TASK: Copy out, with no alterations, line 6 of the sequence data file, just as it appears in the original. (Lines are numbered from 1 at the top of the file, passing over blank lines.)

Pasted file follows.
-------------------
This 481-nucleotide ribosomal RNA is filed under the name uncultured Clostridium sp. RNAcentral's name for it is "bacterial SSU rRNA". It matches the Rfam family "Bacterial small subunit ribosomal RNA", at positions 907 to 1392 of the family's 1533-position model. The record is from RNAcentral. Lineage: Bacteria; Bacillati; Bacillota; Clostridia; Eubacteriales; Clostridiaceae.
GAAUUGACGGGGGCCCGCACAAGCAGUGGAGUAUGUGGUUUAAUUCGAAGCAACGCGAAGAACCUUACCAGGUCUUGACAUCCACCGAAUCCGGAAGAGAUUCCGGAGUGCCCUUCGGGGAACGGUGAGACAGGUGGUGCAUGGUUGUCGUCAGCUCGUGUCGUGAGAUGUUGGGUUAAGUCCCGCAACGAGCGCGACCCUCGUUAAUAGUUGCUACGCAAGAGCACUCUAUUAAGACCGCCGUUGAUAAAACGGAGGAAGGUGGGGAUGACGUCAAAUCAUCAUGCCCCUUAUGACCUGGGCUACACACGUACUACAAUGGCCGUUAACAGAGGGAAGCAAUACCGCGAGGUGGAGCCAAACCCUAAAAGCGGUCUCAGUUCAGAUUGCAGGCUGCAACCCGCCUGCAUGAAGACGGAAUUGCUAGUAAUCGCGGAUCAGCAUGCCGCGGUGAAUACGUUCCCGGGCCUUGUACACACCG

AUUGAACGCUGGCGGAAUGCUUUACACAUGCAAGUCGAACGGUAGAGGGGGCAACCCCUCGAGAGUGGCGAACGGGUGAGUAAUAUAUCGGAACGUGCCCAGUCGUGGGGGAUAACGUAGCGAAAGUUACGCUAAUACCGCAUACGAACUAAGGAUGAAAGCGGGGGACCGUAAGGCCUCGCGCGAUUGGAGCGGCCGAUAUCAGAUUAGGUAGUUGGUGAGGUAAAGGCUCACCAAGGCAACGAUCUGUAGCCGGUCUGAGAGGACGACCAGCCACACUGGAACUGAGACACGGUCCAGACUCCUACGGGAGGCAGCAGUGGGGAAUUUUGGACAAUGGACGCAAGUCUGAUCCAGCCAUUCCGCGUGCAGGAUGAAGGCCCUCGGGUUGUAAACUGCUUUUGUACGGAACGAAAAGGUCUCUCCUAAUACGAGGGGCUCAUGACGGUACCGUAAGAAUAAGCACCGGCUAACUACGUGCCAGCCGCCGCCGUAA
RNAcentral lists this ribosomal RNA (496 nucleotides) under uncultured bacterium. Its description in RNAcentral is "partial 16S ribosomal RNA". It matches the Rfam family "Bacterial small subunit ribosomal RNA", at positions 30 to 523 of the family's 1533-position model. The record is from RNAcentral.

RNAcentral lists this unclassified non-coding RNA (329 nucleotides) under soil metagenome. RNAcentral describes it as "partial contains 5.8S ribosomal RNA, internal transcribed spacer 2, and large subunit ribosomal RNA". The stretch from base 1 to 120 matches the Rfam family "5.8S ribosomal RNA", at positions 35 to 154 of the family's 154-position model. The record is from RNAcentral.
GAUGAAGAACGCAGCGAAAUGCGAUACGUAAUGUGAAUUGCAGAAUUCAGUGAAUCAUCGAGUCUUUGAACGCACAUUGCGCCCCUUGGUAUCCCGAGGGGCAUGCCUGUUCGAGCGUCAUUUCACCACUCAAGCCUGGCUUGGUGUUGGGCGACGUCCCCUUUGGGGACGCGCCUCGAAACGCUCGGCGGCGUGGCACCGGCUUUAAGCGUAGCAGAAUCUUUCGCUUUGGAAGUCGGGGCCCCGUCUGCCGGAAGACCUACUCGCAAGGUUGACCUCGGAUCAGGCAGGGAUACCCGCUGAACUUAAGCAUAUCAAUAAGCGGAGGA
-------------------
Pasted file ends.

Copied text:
GAUGAAGAACGCAGCGAAAUGCGAUACGUAAUGUGAAUUGCAGAAUUCAGUGAAUCAUCGAGUCUUUGAACGCACAUUGCGCCCCUUGGUAUCCCGAGGGGCAUGCCUGUUCGAGCGUCAUUUCACCACUCAAGCCUGGCUUGGUGUUGGGCGACGUCCCCUUUGGGGACGCGCCUCGAAACGCUCGGCGGCGUGGCACCGGCUUUAAGCGUAGCAGAAUCUUUCGCUUUGGAAGUCGGGGCCCCGUCUGCCGGAAGACCUACUCGCAAGGUUGACCUCGGAUCAGGCAGGGAUACCCGCUGAACUUAAGCAUAUCAAUAAGCGGAGGA